This is dedicated to information about the founders of the Flying Tiger Line and the History from 1946-1989. Vern Moldrem has graciously allowed us to use references from his comprehensive Book "Tiger Tales" to supplement the stories
He was the man employees were willing to go without pay for when the airline was struggling and on its knees; whose office door was open equally wide for any man or woman on his Flying Tiger Team. Bob Prescott was the kind of man who could turn a crushing personal tragedy, the death of his only son Peter in a plane crash, into something positive for his fellow employees -- the Peter Prescott Memorial Scholarship Awards, presented each year to the children of Flying Tigers.
These are the ten AVG pilots who in 1945 formed the Flying Tiger Line
Robert Prescott returned to the United States in November, 1944 and on a trip to Acapulco, Mexico, met a group of Los Angeles businessmen associated with Samuel B. Mosher, Los Angeles oil pioneer and magnate. They were exploring the possibility of establishing an airfreight line along the west coasts of the United States and Mexico. Prescott convinced them that a better idea would be a transcontinental route across the United States. They agreed to match whatever capital he could raise, and Bob was appointed to find aircraft and set up the airline that was to become Flying Tiger Line.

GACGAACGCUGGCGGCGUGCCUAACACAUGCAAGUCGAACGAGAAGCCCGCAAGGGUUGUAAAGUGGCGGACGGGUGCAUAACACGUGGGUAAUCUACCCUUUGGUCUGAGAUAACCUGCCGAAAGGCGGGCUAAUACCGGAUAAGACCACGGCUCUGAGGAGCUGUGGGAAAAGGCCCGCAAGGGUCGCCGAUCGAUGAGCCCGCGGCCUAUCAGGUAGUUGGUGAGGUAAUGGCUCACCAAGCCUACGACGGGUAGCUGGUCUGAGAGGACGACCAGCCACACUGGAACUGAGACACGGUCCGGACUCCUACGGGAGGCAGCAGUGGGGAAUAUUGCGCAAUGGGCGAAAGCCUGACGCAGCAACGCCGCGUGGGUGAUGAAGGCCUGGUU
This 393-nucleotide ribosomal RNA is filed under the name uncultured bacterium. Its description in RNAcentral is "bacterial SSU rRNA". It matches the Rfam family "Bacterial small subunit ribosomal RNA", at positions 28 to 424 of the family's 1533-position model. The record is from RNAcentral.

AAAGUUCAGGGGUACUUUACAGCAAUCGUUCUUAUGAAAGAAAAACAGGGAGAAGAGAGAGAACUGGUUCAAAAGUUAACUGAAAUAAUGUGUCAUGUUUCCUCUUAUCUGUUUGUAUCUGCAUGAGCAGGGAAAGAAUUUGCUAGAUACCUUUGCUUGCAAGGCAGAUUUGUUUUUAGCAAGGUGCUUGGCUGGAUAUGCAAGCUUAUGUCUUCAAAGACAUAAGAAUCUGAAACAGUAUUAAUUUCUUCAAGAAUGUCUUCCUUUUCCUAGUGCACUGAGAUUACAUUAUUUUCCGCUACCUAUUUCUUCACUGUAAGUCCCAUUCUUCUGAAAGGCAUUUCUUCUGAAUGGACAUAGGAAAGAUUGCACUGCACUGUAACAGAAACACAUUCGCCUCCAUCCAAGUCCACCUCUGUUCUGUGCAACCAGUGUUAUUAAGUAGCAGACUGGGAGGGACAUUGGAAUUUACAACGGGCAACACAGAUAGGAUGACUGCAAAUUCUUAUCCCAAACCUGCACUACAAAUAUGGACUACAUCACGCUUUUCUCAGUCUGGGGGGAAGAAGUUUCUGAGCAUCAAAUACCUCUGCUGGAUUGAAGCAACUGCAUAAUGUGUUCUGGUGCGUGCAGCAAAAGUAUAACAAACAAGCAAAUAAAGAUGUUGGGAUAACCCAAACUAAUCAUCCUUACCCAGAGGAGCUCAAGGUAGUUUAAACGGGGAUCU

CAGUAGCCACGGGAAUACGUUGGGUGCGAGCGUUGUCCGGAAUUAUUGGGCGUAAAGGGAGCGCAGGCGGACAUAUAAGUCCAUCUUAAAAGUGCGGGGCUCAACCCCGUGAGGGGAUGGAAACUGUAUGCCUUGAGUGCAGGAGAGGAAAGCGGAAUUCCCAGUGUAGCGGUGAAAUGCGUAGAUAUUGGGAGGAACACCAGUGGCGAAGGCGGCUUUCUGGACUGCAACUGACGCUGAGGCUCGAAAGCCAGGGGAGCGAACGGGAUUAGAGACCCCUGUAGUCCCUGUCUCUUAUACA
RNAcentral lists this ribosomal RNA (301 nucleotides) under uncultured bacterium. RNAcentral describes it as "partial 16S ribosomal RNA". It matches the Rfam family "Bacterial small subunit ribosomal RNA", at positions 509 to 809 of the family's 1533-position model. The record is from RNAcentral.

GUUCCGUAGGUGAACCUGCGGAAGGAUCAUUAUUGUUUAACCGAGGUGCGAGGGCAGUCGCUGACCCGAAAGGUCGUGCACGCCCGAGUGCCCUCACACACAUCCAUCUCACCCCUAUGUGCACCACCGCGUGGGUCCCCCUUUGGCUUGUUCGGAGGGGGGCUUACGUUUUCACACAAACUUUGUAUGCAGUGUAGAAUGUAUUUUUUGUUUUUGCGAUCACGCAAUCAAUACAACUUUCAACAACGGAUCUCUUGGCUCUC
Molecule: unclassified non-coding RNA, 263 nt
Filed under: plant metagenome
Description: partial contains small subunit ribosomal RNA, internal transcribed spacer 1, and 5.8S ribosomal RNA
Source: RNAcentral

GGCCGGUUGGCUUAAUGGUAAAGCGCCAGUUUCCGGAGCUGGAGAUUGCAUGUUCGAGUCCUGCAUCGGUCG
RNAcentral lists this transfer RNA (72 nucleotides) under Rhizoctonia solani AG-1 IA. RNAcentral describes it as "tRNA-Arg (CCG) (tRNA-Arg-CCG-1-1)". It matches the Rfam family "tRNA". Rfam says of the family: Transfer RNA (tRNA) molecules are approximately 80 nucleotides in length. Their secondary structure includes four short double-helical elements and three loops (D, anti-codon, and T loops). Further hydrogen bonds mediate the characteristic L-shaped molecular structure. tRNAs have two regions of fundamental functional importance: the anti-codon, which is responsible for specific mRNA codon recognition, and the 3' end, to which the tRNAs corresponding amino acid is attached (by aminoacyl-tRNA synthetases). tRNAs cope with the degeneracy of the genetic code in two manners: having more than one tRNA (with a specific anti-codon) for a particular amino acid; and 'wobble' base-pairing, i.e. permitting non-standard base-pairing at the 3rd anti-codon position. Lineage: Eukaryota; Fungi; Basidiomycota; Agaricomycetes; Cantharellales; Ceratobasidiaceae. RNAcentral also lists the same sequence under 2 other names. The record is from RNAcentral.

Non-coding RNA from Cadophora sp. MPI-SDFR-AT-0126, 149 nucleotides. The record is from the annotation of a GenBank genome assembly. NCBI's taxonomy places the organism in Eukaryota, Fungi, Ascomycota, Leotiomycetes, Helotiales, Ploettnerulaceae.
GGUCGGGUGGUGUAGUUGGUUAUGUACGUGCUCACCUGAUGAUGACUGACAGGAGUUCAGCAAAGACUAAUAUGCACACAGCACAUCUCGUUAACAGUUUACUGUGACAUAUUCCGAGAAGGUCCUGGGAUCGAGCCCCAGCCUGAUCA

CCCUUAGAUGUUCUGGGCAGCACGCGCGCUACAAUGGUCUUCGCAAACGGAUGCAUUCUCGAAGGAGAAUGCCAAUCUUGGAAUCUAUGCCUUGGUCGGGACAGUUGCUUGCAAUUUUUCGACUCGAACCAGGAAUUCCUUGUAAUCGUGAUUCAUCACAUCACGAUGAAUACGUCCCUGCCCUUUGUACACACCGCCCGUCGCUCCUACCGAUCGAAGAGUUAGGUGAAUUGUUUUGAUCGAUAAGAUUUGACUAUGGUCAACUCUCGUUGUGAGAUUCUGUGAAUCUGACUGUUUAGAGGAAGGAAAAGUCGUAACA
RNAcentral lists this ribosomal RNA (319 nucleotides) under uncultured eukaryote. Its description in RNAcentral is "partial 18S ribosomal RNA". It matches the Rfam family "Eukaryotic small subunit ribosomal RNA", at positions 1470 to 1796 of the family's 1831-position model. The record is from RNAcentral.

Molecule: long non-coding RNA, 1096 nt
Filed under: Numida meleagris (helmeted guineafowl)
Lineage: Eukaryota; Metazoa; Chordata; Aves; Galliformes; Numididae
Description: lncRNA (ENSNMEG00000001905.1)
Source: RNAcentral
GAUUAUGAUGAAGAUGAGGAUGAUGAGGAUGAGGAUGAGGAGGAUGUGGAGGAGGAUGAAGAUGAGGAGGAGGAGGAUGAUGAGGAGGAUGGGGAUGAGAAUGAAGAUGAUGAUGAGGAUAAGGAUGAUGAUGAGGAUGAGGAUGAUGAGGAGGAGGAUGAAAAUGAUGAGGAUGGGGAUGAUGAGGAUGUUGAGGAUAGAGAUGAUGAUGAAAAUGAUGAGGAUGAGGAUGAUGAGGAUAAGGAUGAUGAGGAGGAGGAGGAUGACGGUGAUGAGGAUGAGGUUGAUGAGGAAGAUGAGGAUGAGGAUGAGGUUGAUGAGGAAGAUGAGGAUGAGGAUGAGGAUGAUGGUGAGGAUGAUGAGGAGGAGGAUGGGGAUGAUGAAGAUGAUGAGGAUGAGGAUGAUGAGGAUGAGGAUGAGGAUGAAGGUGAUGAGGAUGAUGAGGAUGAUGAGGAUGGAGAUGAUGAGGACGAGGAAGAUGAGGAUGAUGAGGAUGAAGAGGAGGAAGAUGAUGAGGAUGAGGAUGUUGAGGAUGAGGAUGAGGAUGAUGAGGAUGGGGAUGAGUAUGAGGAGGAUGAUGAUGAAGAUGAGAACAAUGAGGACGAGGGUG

He found 14 Navy surplus Budd Conestoga cargo aircraft and collected $89,000 from friends who had flown with him in China. This sum was equaled by Mosher's group. A month or so later, he landed his first three loads -- a planeload of grapes from Bakersfield to Atlanta, flowers from California to Detroit, and furniture from New York to California. Flying Tigers was off the ground. A four-year fight for official government certification ended in 1949 with approval of the nation's first commercial all-cargo route.
Twenty years later, in mid-1969, Flying Tigers was awarded the first scheduled transpacific all-cargo route. In 1977, Congress and the President approved the deregulation of the airfreight airlines which now enables Flying Tigers to offer expedited freighter service to all 50 states, Puerto Rico and the Virgin Islands.
Bob had witnessed his original fleet of World War II surplus aircraft grow into a multi-million dollar fleet of Boeing 747 and stretched DC-8 jet freighters.
From an August 1973 Retirement Party for Tom Haywood:
Pilots from the Chennault days in China ---
Standing, from left: Bob Raines, Paul Greene, Eric Shilling, R.T. Smith, Jim Cross, Dick Rossi. Seated: Tom Haywood, Bill Bartling, Cliff Groh.